the act of a person who gleans.
gleanings, things found or acquired by gleaning.

Origin of gleaning

First recorded in 1400–50, gleaning is from the late Middle English word glenynge. See glean, -ing1



verb (used with object)

to gather slowly and laboriously, bit by bit.
to gather (grain or the like) after the reapers or regular gatherers.
to learn, discover, or find out, usually little by little or slowly.

verb (used without object)

to collect or gather anything little by little or slowly.
to gather what is left by reapers.

Origin of glean

1350–1400; Middle English glenen < Old French glener < Late Latin glennāreCeltic
Related formsglean·a·ble, adjectiveglean·er, nounun·gleaned, adjective

Synonyms for glean Unabridged Based on the Random House Unabridged Dictionary, © Random House, Inc. 2019

Examples from the Web for gleaning

Contemporary Examples of gleaning

  • And after gleaning the data from those races, they “plan to scale up and go big in 2016,” says McKinnon.

    The Daily Beast logo
    The New War on Big Money in Politics

    Eleanor Clift

    September 10, 2014

  • This year they will also make an effort to involve people in the gleaning.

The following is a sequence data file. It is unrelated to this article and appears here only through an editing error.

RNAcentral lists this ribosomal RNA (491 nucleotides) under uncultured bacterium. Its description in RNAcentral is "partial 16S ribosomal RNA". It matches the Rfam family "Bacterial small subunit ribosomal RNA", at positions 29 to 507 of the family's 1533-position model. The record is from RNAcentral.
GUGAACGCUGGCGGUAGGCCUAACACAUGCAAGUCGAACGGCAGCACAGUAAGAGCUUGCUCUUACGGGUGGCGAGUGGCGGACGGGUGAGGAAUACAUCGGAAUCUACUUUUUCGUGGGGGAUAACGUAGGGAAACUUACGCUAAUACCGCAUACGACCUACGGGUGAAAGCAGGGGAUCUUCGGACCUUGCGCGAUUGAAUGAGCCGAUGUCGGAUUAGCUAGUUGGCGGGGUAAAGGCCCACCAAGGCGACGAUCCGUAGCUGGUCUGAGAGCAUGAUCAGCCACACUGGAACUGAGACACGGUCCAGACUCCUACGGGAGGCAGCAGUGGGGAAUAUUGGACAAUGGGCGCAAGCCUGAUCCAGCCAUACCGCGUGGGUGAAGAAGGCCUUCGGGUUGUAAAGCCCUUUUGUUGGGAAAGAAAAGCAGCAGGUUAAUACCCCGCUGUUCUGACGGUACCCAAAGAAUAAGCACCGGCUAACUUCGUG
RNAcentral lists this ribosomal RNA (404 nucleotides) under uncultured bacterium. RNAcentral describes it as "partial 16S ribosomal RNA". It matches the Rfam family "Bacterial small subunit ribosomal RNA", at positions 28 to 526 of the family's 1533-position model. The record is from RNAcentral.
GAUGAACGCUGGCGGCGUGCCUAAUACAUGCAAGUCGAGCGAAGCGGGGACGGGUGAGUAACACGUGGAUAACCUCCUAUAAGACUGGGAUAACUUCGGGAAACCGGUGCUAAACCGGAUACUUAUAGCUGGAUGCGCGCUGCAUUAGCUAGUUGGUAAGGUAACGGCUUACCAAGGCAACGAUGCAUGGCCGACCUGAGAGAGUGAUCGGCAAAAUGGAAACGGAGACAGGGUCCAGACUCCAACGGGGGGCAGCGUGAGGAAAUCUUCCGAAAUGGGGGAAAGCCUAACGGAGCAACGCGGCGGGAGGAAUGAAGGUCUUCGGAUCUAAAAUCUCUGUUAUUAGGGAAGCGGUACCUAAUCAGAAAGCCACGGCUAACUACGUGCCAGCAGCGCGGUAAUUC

The Daily Beast logo
    Waste Not, Want Not

    Katie Maloney

    March 13, 2011

  • In the battle against food waste and hunger, the ancient tradition of gleaning is gaining new admirers around America.

    The Daily Beast logo
    Waste Not, Want Not

    Katie Maloney

    March 13, 2011

Historical Examples of gleaning

  • In the fragrance of the blossom of the limes the bees are gleaning a luscious harvest.

  • We must study it as a whole, gleaning rich and varied sheaves as we go.

    The Lowest Rung

    Mary Cholmondeley

  • Is not the gleaning of the grapes of Ephraim better than the vintage of Abi-ezer?

    Familiar Quotations

    John Bartlett

  • But the most important harvest, after gleaning for frumenty, was the blackberries.

    Sons and Lovers

    David Herbert Lawrence

  • Let us be content if we succeed in gleaning a few grains of truth.

    The Mason-bees

    J. Henri Fabre

British Dictionary definitions for gleaning



to gather (something) slowly and carefully in small piecesto glean information from the newspapers
to gather (the useful remnants of a crop) from the field after harvesting
Derived Formsgleanable, adjectivegleaner, noun

Word Origin for glean

C14: from Old French glener, from Late Latin glennāre, probably of Celtic origin
Collins English Dictionary - Complete & Unabridged 2012 Digital Edition © William Collins Sons & Co. Ltd. 1979, 1986 © HarperCollins Publishers 1998, 2000, 2003, 2005, 2006, 2007, 2009, 2012

Word Origin and History for gleaning



early 14c., from Old French glener (Modern French glaner) "to glean," from Late Latin glennare "make a collection," perhaps from Gaulish (cf. Old Irish do-glinn "he collects, gathers," Celt. glan "clean, pure"). Figurative sense was earlier in English than the literal one of "gather grain left by the reapers" (late 14c.). Related: Gleaned; gleaning.

Online Etymology Dictionary, © 2010 Douglas Harper